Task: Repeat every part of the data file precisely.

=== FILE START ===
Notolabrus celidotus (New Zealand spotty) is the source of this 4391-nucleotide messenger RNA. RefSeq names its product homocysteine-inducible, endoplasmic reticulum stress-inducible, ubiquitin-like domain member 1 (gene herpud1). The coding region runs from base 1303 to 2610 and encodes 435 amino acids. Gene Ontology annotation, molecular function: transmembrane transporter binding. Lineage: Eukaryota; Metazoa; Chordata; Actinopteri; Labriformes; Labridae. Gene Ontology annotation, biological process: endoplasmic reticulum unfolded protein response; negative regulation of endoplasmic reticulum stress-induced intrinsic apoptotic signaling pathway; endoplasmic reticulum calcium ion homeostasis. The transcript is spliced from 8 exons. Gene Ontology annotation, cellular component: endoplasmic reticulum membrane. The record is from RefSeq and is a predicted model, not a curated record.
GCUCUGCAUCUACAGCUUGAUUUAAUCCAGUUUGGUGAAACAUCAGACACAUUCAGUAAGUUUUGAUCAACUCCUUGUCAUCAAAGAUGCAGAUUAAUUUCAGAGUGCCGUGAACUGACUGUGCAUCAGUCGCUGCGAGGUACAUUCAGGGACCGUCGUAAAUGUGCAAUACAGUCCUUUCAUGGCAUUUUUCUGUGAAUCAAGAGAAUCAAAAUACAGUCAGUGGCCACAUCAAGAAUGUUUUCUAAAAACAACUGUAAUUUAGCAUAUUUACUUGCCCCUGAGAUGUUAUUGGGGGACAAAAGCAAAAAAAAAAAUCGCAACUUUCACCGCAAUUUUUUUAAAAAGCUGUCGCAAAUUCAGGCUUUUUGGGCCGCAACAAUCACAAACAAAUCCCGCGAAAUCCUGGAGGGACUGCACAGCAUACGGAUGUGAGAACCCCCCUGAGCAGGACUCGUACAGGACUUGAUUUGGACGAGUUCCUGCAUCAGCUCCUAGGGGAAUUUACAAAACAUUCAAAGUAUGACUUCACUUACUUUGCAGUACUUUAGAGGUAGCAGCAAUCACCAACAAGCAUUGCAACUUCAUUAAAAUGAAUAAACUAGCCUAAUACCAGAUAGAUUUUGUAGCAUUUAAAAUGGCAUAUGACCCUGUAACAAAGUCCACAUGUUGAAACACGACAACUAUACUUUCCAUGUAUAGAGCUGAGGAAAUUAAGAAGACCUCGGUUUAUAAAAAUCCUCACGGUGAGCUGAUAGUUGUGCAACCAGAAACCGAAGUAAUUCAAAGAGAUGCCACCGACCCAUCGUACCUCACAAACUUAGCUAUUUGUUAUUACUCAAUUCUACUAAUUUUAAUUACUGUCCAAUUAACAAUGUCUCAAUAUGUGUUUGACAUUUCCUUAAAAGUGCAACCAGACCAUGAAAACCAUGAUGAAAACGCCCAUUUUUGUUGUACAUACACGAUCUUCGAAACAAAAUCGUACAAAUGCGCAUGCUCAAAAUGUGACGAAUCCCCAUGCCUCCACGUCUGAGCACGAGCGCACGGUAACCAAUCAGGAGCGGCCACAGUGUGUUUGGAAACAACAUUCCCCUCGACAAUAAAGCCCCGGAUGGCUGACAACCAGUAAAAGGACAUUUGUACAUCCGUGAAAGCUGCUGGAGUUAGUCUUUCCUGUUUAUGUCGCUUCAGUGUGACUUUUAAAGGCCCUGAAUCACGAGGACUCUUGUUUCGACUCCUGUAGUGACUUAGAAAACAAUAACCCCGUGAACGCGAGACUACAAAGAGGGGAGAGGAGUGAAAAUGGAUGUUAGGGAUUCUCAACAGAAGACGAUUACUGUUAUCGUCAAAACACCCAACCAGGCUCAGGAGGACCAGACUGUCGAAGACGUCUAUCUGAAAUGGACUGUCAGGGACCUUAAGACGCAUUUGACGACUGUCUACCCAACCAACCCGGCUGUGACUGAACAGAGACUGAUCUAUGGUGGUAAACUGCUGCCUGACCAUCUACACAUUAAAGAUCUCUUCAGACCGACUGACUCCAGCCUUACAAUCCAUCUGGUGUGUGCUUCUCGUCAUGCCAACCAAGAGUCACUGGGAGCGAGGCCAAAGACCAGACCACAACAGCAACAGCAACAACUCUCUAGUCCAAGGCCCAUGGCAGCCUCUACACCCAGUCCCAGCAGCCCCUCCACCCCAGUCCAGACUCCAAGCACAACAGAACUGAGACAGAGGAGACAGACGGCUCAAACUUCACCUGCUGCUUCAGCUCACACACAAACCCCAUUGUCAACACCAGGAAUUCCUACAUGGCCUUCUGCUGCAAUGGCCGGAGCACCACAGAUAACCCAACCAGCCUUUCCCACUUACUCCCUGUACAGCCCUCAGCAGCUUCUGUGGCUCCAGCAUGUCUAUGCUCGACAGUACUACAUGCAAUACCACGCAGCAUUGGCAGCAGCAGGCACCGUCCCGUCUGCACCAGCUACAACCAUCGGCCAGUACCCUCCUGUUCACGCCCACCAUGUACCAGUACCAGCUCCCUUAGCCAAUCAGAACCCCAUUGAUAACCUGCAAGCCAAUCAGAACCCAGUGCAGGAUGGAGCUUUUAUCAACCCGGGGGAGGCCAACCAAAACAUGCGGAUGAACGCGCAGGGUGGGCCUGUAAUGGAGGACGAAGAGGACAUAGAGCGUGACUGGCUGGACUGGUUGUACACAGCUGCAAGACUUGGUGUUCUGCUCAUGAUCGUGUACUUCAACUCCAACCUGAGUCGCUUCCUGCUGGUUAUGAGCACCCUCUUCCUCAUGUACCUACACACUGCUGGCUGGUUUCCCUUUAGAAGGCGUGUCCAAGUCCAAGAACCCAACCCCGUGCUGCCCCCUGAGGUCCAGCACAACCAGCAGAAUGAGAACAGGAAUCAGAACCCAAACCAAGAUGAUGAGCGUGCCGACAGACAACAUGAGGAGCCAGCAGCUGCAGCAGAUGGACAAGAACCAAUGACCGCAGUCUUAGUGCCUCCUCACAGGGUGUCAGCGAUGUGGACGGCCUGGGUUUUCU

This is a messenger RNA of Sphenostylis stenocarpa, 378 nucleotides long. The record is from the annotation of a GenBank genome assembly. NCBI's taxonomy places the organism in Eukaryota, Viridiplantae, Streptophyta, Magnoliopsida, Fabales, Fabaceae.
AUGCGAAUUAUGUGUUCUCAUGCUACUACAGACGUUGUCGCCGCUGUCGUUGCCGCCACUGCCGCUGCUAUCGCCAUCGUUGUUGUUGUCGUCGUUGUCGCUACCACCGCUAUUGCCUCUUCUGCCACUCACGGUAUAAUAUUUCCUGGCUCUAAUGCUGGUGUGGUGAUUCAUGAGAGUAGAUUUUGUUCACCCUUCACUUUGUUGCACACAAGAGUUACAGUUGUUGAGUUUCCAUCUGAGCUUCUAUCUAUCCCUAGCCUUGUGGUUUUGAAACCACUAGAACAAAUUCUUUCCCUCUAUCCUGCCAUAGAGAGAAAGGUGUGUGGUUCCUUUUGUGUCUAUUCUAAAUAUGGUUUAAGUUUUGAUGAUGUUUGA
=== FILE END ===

Notolabrus celidotus (New Zealand spotty) is the source of this 4391-nucleotide messenger RNA. RefSeq names its product homocysteine-inducible, endoplasmic reticulum stress-inducible, ubiquitin-like domain member 1 (gene herpud1). The coding region runs from base 1303 to 2610 and encodes 435 amino acids. Gene Ontology annotation, molecular function: transmembrane transporter binding. Lineage: Eukaryota; Metazoa; Chordata; Actinopteri; Labriformes; Labridae. Gene Ontology annotation, biological process: endoplasmic reticulum unfolded protein response; negative regulation of endoplasmic reticulum stress-induced intrinsic apoptotic signaling pathway; endoplasmic reticulum calcium ion homeostasis. The transcript is spliced from 8 exons. Gene Ontology annotation, cellular component: endoplasmic reticulum membrane. The record is from RefSeq and is a predicted model, not a curated record.
GCUCUGCAUCUACAGCUUGAUUUAAUCCAGUUUGGUGAAACAUCAGACACAUUCAGUAAGUUUUGAUCAACUCCUUGUCAUCAAAGAUGCAGAUUAAUUUCAGAGUGCCGUGAACUGACUGUGCAUCAGUCGCUGCGAGGUACAUUCAGGGACCGUCGUAAAUGUGCAAUACAGUCCUUUCAUGGCAUUUUUCUGUGAAUCAAGAGAAUCAAAAUACAGUCAGUGGCCACAUCAAGAAUGUUUUCUAAAAACAACUGUAAUUUAGCAUAUUUACUUGCCCCUGAGAUGUUAUUGGGGGACAAAAGCAAAAAAAAAAAUCGCAACUUUCACCGCAAUUUUUUUAAAAAGCUGUCGCAAAUUCAGGCUUUUUGGGCCGCAACAAUCACAAACAAAUCCCGCGAAAUCCUGGAGGGACUGCACAGCAUACGGAUGUGAGAACCCCCCUGAGCAGGACUCGUACAGGACUUGAUUUGGACGAGUUCCUGCAUCAGCUCCUAGGGGAAUUUACAAAACAUUCAAAGUAUGACUUCACUUACUUUGCAGUACUUUAGAGGUAGCAGCAAUCACCAACAAGCAUUGCAACUUCAUUAAAAUGAAUAAACUAGCCUAAUACCAGAUAGAUUUUGUAGCAUUUAAAAUGGCAUAUGACCCUGUAACAAAGUCCACAUGUUGAAACACGACAACUAUACUUUCCAUGUAUAGAGCUGAGGAAAUUAAGAAGACCUCGGUUUAUAAAAAUCCUCACGGUGAGCUGAUAGUUGUGCAACCAGAAACCGAAGUAAUUCAAAGAGAUGCCACCGACCCAUCGUACCUCACAAACUUAGCUAUUUGUUAUUACUCAAUUCUACUAAUUUUAAUUACUGUCCAAUUAACAAUGUCUCAAUAUGUGUUUGACAUUUCCUUAAAAGUGCAACCAGACCAUGAAAACCAUGAUGAAAACGCCCAUUUUUGUUGUACAUACACGAUCUUCGAAACAAAAUCGUACAAAUGCGCAUGCUCAAAAUGUGACGAAUCCCCAUGCCUCCACGUCUGAGCACGAGCGCACGGUAACCAAUCAGGAGCGGCCACAGUGUGUUUGGAAACAACAUUCCCCUCGACAAUAAAGCCCCGGAUGGCUGACAACCAGUAAAAGGACAUUUGUACAUCCGUGAAAGCUGCUGGAGUUAGUCUUUCCUGUUUAUGUCGCUUCAGUGUGACUUUUAAAGGCCCUGAAUCACGAGGACUCUUGUUUCGACUCCUGUAGUGACUUAGAAAACAAUAACCCCGUGAACGCGAGACUACAAAGAGGGGAGAGGAGUGAAAAUGGAUGUUAGGGAUUCUCAACAGAAGACGAUUACUGUUAUCGUCAAAACACCCAACCAGGCUCAGGAGGACCAGACUGUCGAAGACGUCUAUCUGAAAUGGACUGUCAGGGACCUUAAGACGCAUUUGACGACUGUCUACCCAACCAACCCGGCUGUGACUGAACAGAGACUGAUCUAUGGUGGUAAACUGCUGCCUGACCAUCUACACAUUAAAGAUCUCUUCAGACCGACUGACUCCAGCCUUACAAUCCAUCUGGUGUGUGCUUCUCGUCAUGCCAACCAAGAGUCACUGGGAGCGAGGCCAAAGACCAGACCACAACAGCAACAGCAACAACUCUCUAGUCCAAGGCCCAUGGCAGCCUCUACACCCAGUCCCAGCAGCCCCUCCACCCCAGUCCAGACUCCAAGCACAACAGAACUGAGACAGAGGAGACAGACGGCUCAAACUUCACCUGCUGCUUCAGCUCACACACAAACCCCAUUGUCAACACCAGGAAUUCCUACAUGGCCUUCUGCUGCAAUGGCCGGAGCACCACAGAUAACCCAACCAGCCUUUCCCACUUACUCCCUGUACAGCCCUCAGCAGCUUCUGUGGCUCCAGCAUGUCUAUGCUCGACAGUACUACAUGCAAUACCACGCAGCAUUGGCAGCAGCAGGCACCGUCCCGUCUGCACCAGCUACAACCAUCGGCCAGUACCCUCCUGUUCACGCCCACCAUGUACCAGUACCAGCUCCCUUAGCCAAUCAGAACCCCAUUGAUAACCUGCAAGCCAAUCAGAACCCAGUGCAGGAUGGAGCUUUUAUCAACCCGGGGGAGGCCAACCAAAACAUGCGGAUGAACGCGCAGGGUGGGCCUGUAAUGGAGGACGAAGAGGACAUAGAGCGUGACUGGCUGGACUGGUUGUACACAGCUGCAAGACUUGGUGUUCUGCUCAUGAUCGUGUACUUCAACUCCAACCUGAGUCGCUUCCUGCUGGUUAUGAGCACCCUCUUCCUCAUGUACCUACACACUGCUGGCUGGUUUCCCUUUAGAAGGCGUGUCCAAGUCCAAGAACCCAACCCCGUGCUGCCCCCUGAGGUCCAGCACAACCAGCAGAAUGAGAACAGGAAUCAGAACCCAAACCAAGAUGAUGAGCGUGCCGACAGACAACAUGAGGAGCCAGCAGCUGCAGCAGAUGGACAAGAACCAAUGACCGCAGUCUUAGUGCCUCCUCACAGGGUGUCAGCGAUGUGGACGGCCUGGGUUUUCU

This is a messenger RNA of Sphenostylis stenocarpa, 378 nucleotides long. The record is from the annotation of a GenBank genome assembly. NCBI's taxonomy places the organism in Eukaryota, Viridiplantae, Streptophyta, Magnoliopsida, Fabales, Fabaceae.
AUGCGAAUUAUGUGUUCUCAUGCUACUACAGACGUUGUCGCCGCUGUCGUUGCCGCCACUGCCGCUGCUAUCGCCAUCGUUGUUGUUGUCGUCGUUGUCGCUACCACCGCUAUUGCCUCUUCUGCCACUCACGGUAUAAUAUUUCCUGGCUCUAAUGCUGGUGUGGUGAUUCAUGAGAGUAGAUUUUGUUCACCCUUCACUUUGUUGCACACAAGAGUUACAGUUGUUGAGUUUCCAUCUGAGCUUCUAUCUAUCCCUAGCCUUGUGGUUUUGAAACCACUAGAACAAAUUCUUUCCCUCUAUCCUGCCAUAGAGAGAAAGGUGUGUGGUUCCUUUUGUGUCUAUUCUAAAUAUGGUUUAAGUUUUGAUGAUGUUUGA